Sea Urchin Cage Culture and Production Guide

sea urchinSea urchins, locally known as “swaki, santol-santolan, maritangtang, and kuden-kuden”, are invertebrates that look like a ball of spines which feed on sea grasses and seaweeds particularly Sargassum sp. or Aragan.

Sea urchins can grow up to 7-9 cm with an average weight of 1 pound. They are usually found in colder off-shore water. Sea urchins are harvested mainly for their internal roe or gonad know locally as “alige or bugi”.

Why Culture Sea Urchins and what is its importance?

* For human consumption (believed to have aphrodisiac properties).
* As a source of Income
* Has high demand both in local specialty restaurants and international market
* Has lucrative market in Japan, France, Korea, China and other Western countries
* Culture area serves as mini reproductive reserve

I. Culture Technology

Cage Culture

A. Site Selection

* The site should have a high water movement and tidal flushing with salinity range of 30-35 ppt.
* Should be sheltered from storms and bad weather
* It should also be far from nearby freshwater sources such as river mouths
* Sufficient water depth (at least 1- 1.5m deep at low tide.)
* The should also have abundant source of sea urchin food (Sargassum)
* Visible and easily accessible from the shore not situated along frequently used boat routes where bancas might run over the cages.

B. Cage Construction

The materials used are hard bamboo, steel bars or PVC pipes for frames covered with green polyethylene screen or net size 3/4 as enclosure. Cage dimension is 1.5m x 0.5m x 1.0m

C. Cage Installation

The constructed cages are installed on the sea floor by tying its four corners to bamboo or wooden stakes firmly driven to the sea floor. The cage should be elevated at least (1) foot above the seafloor and the top should be about 0.5 m below the seawater surface during low tide. The cage should be spaced a few feet apart to ensure sufficient water flow in the area. A marker (tall bamboo pole) should be erected to warn approaching boats of the presence of the cages.

D. Acquisition of Stocks

Sea urchin seed stocks can be gathered from the site if there is abundant supply of it. Juvenile sea urchin usually measures from 32-44 mm in equatorial diameter. Seed stocks can be gathered thru simple picking. If the source of seed stock is far from the grow-out area, proper transporting procedure should be strictly followed. Live sea urchins while in transport should be kept in Styrofoam iceboxes (with aerators similar to aquariums) that contain seawater. About 500-600 urchins can be place in one Styrofoam box. It is recommended to transport the seed stock early in the morning when the temperature is lower. Sea urchins, regardless of how they are transported, should not be abruptly transferred from the transport containers directly to the sea cages because sudden change in water conditions can further stress the urchins and may cause them to die. Acclimatize first the seed stocks before stocking to the cages by floating the container in the seawater in the area for a few minutes and slowly pouring the seawater into the container until the stocks can already adopt with the environment in the area.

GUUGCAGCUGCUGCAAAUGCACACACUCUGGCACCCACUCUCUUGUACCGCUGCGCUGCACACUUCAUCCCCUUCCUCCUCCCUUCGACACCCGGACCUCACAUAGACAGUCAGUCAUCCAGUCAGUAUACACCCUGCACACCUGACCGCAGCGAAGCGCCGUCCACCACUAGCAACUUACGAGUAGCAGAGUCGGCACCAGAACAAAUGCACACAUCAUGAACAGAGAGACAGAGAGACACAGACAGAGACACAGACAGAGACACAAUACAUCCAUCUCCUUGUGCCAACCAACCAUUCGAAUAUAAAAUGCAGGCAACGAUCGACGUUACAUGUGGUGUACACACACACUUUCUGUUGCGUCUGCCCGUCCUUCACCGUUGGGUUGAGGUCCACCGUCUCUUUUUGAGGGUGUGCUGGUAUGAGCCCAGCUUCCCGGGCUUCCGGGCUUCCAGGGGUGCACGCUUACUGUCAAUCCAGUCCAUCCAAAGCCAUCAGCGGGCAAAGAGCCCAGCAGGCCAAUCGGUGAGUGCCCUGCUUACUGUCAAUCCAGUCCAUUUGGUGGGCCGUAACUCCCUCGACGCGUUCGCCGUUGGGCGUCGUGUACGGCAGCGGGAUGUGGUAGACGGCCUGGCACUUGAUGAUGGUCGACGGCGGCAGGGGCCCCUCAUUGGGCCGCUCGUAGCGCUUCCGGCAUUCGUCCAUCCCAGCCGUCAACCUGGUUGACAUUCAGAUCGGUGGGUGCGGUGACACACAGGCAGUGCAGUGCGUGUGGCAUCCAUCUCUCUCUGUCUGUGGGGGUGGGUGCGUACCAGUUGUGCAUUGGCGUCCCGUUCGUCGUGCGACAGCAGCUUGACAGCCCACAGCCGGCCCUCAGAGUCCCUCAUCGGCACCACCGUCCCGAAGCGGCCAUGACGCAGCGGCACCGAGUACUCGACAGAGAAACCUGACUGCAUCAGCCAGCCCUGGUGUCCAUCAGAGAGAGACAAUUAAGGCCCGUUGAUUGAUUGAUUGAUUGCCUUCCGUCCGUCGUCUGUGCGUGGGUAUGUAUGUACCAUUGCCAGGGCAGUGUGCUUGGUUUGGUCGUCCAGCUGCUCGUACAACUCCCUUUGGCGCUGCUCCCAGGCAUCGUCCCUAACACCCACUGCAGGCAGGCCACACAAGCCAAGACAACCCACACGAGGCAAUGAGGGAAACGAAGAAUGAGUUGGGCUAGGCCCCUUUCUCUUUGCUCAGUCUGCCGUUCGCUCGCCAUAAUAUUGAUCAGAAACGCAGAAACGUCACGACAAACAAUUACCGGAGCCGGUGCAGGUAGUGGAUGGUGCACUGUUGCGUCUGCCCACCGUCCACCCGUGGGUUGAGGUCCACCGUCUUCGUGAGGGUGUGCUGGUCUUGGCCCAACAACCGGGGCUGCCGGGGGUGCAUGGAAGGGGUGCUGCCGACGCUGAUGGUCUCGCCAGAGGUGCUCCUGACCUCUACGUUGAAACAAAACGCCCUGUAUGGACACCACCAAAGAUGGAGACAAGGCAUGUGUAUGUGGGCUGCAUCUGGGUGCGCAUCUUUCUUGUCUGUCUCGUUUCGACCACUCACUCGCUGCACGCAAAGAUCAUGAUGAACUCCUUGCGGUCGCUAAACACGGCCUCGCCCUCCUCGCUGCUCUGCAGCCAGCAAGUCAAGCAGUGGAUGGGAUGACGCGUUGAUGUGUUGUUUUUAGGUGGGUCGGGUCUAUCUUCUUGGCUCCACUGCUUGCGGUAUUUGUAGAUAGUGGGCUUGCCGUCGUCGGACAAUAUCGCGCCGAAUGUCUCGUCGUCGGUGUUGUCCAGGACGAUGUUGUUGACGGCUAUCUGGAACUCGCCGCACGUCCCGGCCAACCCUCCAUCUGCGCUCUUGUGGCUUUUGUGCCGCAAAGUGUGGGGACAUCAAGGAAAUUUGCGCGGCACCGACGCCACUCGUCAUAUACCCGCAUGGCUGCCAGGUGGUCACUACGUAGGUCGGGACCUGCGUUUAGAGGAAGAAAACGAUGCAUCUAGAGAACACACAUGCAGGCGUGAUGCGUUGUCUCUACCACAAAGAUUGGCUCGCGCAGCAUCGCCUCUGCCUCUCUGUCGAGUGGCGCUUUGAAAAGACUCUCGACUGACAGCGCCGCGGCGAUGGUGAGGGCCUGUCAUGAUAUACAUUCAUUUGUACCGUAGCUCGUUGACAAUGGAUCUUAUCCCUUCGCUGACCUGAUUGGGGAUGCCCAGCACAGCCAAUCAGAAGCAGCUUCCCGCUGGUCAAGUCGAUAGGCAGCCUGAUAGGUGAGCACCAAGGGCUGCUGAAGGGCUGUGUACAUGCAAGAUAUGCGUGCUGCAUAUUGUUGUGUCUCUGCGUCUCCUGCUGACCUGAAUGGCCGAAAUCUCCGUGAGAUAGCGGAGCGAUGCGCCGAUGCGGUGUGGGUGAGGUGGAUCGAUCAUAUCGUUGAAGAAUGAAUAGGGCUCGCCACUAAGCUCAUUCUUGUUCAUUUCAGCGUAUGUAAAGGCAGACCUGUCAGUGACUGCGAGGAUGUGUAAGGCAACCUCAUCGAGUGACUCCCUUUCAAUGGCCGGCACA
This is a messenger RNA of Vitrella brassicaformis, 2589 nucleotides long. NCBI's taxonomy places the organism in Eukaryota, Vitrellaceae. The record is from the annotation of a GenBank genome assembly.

E. Stocking

Initial stocking density of 500 pcs. per cubic meter is recommended. Thinning of the stock is done as they grow by transferring the smaller ones to another cage usually a month before harvesting. Stocking should be timed to avoid the typhoon months at harvest time.

F. Feeding

Feeding is done once or thrice a week in “ad libitum” manner preferably with fresh Sargassum or aragan. There should be enough amount of sargassum left in the cage to ensure that urchins feed at maximum rates, grow faster, and consequently develop large gonads. When gathering sargassum for feeding, cut only the branches, and do not uproot the plant to ensure sustainability.

G. Maintenance

Maintenance includes regular monitoring of the stocks, cleaning and removing of decaying left over algae and other debris being entangled on the screen. Thinning is done to make sure that all of the stocks grow optimally. It is also necessary to guard the cages against poachers and vandals.

H. Harvesting

Sea urchins will be harvested once they reached 7-9 cm. Depending on market considerations. This will be sold live or the roe may also be processed and packed before selling. Sea urchin roe can be sold fresh, packed in brine or in the form of paste.

II. Estimated Project Cost (1 unit 1.5m x .5m x 1.0 m)

A. Cost of Material    
10 pcs. hard bamboo (6 ft; 2" diameter) P60.00 P600.00
7m polyethylene screen (3/4) P150.00 P1,050.00
1/4 kg Monoline # 150 P300.00 P75.00
10m PE rope #3 P20.00 P200.00
Sub Total   P1,925.00
B. Labor in construction of 1 unit Cage P250.00 P250.00
C. Cost of 500 pcs. sea urchin juveniles P3.00 P1,500.00
Total cost of 1 unit Cage   P3,675.00

III. Economic Analysis

A. Assumptions

No. of cropping per year – 1
Culture period – 6 months
Stocking density – 500/ cage
Survival rate – 85%
Total production (pcs) – 425 pcs.
No. of pcs./ kg – 8 pcs.
Total production (kg) – 53 kg.
Price/ kg. (fresh) – P80.00

B. Cost and Return

Sales (53 kg @ P80/kg.) – P4,240.00

Less Expenses:
Cost of Sea Urchin juveniles – P1,500.00
Depreciation cost – P300.00
Marketing cost – P212.00

Total Expenses: P2,012.00

Net Income: P2,228.00

ROI = Net Income/ Total Expenses x 100
ROI = 2228/2012 x 100
ROI = 110%

Source: BFAR (Tuguegarao City)
Photo credit: tidechaser.blogspot.com

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3 Responses

  1. Josie says:

    Hi! In what places could I find the best sea urchin? Places where sea urchin is now being cultured?

  2. Chen Pohan says:

    hi! you seem very knowlogeable on sea urchins. im am very interested in knowing more about it. would mind giving me your email address so i can reach you about my concerns.

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